Unshelved by Bill Barnes and Gene Ambaum
comic strip overdue media

Thursday, February 27, 2014

I can live with that...

A video of a very cute puppy

Wednesday, February 26, 2014

Ah, ha! I will not be deterred!

So, until recently, we had a fascinating houseplant in our recreational therapy area (with lots of glass doors and sky lights) that really caught my eye. It had blooms that reminded me of something out of Dr Seuss. Over the last months it had bloomed on and off several times, these strange green globules that burst into pale yellow spheres. I liked it so much, I looked for some similar plants, and found a couple of tiny ones at Kroger, but it didn't say what the plant was called. I've taken pictures and tried searching the Internet using TinEye and Google Images to no avail, but I tried one more time, and it worked! Putting the image onto Google Images along with houseplant brought up the plant Croton (Codiaeum variegatum). Sadly, the plant at work has apparently died back. I hope mine bloom someday.

Here are the pictures I took of the plant we had:


Here's one from the Wikipedia article (by JM Garg, used under the Creative Commons licence):

Nifty, huh? I can often be tenacious. :)

Another quiz

I'll agree with this...

I'm probably going to get in trouble for this one, given that it involves sweets, but

I finally broke down and bought one box of Girl Scout caramel deLite cookies. Although I managed to find the courage to keep them at bay for weeks (even when the little marketing geniuses put up a sign that said we needed to load up on cookies for the coming zombie apocalypse), I did finally succumb. But I was very pleased that the young lady who sold them to me not only knew that the ankh around my neck was an Egyptian symbol, she knew what it meant. Makes me feel good about our education system, just a bit. That sealed the deal.

Tuesday, February 25, 2014


who shows me all sorts of unusual houses.

'Flintstones' House Made Entirely of Clay Attracts Visitors

Here's more on Casa Terracotta. Sadly, I didn't see a kitchen in the interior shots in the gallery, but perhaps you may have better luck.

Every potential princess should heed this

Of course, if the person (man or woman) you fall for is really your 'true love', then you can still have adventures, a sense of self, and maintain independence. True love means not losing yourself to someone else's expectations, but supporting each other's growth and facing the world together so that each of you can be the hero/heroine of the story you both create for yourselves. Or at least that's my take on it. Of course, I'm single and haven't given true love a chance in years and years, because, well, my standards are a little higher now than when I was a young woman. It would take someone very special to sweep me off my feet. I'm not saying it won't happen; I'd like to think it would. I haven't given up, but I'm, not going to pine away waiting for Prince Charming, etc., despite, in many ways, being a hopeless romantic. :)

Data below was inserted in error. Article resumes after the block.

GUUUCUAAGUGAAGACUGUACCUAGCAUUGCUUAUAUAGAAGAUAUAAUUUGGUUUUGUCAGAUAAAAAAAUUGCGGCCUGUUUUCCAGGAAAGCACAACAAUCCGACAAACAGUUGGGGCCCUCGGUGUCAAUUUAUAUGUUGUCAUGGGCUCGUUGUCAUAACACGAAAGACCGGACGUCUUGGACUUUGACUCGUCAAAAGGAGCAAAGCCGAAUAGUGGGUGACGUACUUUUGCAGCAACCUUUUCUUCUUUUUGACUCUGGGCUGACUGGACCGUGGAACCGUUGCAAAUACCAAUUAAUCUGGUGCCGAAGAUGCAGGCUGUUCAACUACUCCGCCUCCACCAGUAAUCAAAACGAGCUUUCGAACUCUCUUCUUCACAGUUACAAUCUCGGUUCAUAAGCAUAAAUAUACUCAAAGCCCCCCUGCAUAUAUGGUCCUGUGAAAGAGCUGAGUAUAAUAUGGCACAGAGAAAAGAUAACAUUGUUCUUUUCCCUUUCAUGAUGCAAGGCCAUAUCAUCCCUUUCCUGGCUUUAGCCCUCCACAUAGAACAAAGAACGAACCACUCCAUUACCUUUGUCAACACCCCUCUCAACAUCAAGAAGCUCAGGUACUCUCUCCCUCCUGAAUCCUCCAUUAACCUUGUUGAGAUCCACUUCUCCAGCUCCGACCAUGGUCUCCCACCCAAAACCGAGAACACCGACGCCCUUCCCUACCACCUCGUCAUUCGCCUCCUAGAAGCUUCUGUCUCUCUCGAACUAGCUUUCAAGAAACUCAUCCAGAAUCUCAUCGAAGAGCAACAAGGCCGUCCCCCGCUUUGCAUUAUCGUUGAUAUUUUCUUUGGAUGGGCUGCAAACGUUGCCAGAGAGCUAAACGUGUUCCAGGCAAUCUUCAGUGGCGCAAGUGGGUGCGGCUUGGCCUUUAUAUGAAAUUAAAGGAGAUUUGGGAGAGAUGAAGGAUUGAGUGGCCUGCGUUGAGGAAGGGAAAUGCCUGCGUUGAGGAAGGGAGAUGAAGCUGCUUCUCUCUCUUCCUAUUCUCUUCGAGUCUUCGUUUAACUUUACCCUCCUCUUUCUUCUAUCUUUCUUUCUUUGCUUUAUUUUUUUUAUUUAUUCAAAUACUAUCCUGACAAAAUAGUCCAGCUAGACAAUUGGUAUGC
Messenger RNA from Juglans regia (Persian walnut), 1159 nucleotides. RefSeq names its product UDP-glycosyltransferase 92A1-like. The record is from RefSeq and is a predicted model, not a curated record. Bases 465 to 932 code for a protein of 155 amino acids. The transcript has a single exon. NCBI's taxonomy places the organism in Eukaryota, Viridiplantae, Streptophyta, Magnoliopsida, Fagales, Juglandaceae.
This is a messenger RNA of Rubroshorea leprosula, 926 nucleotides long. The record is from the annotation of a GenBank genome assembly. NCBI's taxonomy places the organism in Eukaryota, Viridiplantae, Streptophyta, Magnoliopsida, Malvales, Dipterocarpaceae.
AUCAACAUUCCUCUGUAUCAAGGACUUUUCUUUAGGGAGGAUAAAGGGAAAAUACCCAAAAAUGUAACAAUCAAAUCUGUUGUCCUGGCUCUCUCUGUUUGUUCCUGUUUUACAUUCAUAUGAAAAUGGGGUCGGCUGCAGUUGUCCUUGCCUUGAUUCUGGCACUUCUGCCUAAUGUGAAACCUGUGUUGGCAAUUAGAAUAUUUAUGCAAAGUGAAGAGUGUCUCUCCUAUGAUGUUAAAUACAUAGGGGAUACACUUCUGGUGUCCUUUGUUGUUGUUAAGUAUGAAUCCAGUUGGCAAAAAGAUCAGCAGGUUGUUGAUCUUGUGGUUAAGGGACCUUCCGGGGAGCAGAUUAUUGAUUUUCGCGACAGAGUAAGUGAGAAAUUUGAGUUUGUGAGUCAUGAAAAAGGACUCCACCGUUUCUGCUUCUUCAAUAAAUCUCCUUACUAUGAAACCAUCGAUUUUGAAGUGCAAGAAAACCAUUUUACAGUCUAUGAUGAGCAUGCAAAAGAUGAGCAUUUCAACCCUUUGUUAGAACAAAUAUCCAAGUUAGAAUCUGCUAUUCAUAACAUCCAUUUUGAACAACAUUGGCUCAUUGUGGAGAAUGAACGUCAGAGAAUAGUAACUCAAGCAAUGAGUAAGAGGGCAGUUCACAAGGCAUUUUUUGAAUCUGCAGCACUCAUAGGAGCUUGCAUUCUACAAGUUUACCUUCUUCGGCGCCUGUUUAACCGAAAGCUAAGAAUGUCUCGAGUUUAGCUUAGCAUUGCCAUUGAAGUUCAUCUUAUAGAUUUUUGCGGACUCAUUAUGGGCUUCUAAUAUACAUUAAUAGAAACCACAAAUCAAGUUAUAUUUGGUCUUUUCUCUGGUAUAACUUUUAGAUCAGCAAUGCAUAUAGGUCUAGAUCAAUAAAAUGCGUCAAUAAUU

Monday, February 24, 2014


I'm not sure which is cooler about the jeans and blouse I ordered from Amazon--the fact that they arrived on a Sunday or the fact that totally without being able to try them on, they both fit absolutely perfectly. *Happy dance*. This means I have a pair of actual blue jeans again (which is nice for Fridays at work) and the blouse got rave reviews today, even from YKWIA, who usually thinks I am a fashion victim, as it is a sort of Romantic-Victorian-Gothish plum one with a lace up front and long billowy sleeves, which actually looks good on me (although the ties and sleeves stream out and are not the best for working around copiers). But I feel like singing 'I feel pretty' from West Side Story. Ah, a little punchy tonight after a long, long day. Time for bed, I think.

Sunday, February 23, 2014

So I knew that Amazon

had said something about working with the post office to bring about Sunday deliveries, but hadn't heard more on that front. Yet today both a friend and I received packages, on a Sunday, at our respective addresses. Mine's at work, so I haven't had a chance to open it yet. I don't know exactly how this marvel of ingenuity happened, but thank you Amazon.com and the folks at the US Postal Service.

Saturday, February 22, 2014

Ooooh! Count me as intrigued....

Today I:

  1. Transferred things from three bags to my purse
  2. Went by McDonald's and got egg and cheese biscuits for my friends and me
  3. Made a list of various things to do for my friends today
  4. Watched videos with YKWIA
  5. Went and got A's medicine
  6. Picked up a mailed package from Amazon
  7. Transferred things from my other wallet to the item in the package, an all-in-one crossbody wallet with room for my phone from Vera Bradley (I'm not a huge fan of the brand, but I loved one a co-worker had, and it's very useful when carrying a bigger purse or backpack so I can go into a store with just that, plus with the strap, it leaves my hands free)
  8. Went to Barnes & Noble and picked up four books for YKWIA using a gift card he got for the holidays